Hundreds of black cabs blocked Whitehall, Westminster, in a protest against private hire app Uber on Thursday (7 March).

But unfortunately for the United Cabbies Group, LTDA and RMT Union, who organised the demonstration, MPs were not in the House of Commons because of the parliamentary recess.

The groups instead handed a letter to Number 10 demanding a parliamentary inquiry into taxi and private hire regulations as well as the relationship between David Cameron and Uber.

Jon Cruddas, the Labour MP for Dagenham and Rainham, has also raised concerns in a letter to Theresa May. "The revelations published last week in the Mail, The Sun, and the Financial Times suggest that Number 10 under David Cameron acted as a full signed up lobbyist of Uber at the expense of a fair and effective regulatory framework for the industry," he said.

"I am certainly not opposed to disruptive technology and competition, but Uber's conduct in London and other cities around the world has raised serious issues in terms of fair competition, workers' rights, passenger safety and fair corporate taxation."

More than 200,000 people signed a petition in 2015 opposing Transport for London proposals to, among other things, make Uber customers wait five minutes between booking their car and starting their journey.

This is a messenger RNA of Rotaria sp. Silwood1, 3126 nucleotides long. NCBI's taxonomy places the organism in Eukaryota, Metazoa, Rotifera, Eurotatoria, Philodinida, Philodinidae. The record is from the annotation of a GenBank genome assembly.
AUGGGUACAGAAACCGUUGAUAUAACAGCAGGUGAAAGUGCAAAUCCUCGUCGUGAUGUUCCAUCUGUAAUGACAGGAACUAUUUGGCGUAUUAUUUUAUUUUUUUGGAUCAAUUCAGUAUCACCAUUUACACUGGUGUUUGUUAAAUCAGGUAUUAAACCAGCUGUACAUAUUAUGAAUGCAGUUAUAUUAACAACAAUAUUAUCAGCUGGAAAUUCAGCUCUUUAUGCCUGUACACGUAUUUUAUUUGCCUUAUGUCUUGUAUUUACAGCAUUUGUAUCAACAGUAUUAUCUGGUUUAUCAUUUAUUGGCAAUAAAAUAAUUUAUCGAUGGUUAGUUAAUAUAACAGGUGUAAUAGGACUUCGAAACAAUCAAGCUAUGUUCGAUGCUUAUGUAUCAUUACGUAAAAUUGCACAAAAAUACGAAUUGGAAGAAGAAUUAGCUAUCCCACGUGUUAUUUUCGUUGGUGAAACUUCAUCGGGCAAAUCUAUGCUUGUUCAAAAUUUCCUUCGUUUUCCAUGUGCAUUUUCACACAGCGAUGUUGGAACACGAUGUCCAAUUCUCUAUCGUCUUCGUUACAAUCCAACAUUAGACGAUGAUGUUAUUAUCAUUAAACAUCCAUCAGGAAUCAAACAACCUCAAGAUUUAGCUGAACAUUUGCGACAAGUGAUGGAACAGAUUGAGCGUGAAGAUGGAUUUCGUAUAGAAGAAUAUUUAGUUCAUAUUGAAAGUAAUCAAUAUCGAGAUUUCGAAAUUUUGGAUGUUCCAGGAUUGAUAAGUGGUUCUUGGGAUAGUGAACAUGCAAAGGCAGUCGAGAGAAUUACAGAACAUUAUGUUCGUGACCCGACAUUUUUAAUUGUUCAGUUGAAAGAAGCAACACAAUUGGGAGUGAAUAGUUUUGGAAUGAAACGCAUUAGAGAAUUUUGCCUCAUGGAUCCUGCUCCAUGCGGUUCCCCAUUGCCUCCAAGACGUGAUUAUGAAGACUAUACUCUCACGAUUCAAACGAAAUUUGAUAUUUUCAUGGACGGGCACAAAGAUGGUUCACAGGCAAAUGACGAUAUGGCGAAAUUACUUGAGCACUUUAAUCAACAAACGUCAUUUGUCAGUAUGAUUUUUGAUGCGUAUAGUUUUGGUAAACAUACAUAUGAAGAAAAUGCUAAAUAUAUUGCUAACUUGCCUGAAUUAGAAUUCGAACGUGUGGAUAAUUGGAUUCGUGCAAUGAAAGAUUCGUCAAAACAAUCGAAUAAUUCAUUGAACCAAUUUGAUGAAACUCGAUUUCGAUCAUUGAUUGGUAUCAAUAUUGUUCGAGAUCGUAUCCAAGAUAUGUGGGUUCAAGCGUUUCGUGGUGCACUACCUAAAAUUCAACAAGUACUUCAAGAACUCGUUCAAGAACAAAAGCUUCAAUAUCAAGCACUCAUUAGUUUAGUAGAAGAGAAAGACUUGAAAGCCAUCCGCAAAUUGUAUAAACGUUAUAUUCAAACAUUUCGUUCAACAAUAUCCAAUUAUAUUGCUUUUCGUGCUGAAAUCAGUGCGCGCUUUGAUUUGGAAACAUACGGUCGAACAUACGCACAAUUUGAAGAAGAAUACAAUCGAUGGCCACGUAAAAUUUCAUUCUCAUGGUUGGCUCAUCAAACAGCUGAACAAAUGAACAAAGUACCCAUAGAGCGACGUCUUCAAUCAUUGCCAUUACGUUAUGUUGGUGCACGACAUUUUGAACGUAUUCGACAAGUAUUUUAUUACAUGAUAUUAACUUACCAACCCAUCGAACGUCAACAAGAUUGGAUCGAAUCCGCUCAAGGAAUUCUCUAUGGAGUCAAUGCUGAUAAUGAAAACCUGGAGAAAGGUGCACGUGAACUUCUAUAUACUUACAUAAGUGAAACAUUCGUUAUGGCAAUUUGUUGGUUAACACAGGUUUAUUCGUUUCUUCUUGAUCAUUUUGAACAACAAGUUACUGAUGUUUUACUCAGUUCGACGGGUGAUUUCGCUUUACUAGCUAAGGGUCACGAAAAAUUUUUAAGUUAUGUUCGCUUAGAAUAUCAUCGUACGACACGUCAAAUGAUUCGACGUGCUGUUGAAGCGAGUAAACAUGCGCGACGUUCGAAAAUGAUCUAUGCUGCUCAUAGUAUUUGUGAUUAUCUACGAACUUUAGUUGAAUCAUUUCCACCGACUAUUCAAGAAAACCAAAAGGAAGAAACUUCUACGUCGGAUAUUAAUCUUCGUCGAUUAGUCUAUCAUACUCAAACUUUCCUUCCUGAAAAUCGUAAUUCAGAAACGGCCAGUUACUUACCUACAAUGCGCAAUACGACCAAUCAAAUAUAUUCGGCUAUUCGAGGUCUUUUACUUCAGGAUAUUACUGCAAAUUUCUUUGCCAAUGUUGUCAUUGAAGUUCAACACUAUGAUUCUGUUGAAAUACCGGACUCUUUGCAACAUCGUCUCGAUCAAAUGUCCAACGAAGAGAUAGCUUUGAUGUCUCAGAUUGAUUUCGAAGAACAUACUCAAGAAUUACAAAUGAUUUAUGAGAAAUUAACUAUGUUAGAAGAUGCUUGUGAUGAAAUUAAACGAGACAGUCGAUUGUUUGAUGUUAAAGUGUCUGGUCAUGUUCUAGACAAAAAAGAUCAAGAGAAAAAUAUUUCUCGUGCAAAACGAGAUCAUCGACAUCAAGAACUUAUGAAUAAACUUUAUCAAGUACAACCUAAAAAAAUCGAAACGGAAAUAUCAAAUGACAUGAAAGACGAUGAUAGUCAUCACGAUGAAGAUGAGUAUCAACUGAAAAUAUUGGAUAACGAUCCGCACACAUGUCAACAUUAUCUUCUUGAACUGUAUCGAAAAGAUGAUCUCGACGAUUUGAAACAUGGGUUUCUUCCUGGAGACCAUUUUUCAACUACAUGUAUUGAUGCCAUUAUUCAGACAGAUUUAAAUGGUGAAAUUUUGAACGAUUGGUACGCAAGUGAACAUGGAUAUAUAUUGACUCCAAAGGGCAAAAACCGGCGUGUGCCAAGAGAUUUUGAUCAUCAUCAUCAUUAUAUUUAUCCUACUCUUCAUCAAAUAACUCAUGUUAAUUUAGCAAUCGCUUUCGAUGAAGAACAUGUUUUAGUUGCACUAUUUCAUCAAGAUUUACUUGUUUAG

The plan was dropped under then Conservative Mayor of London Boris Johnson, who was reportedly contacted by Cameron and former Chancellor George Osborne over the issue via text.

An Uber spokesperson said: "Londoners will struggle to understand why black cab drivers have once again brought the capital's streets to a standstill. Just two days ago the Mayor exempted diesel cabs from his new air pollution charge which everyone else - even ambulances - will have to pay.

"Meanwhile Transport for London is pursuing new measures which its own estimates show will put more than 33,000 private hire drivers out of business. We'll be doing our best to help keep London moving this afternoon."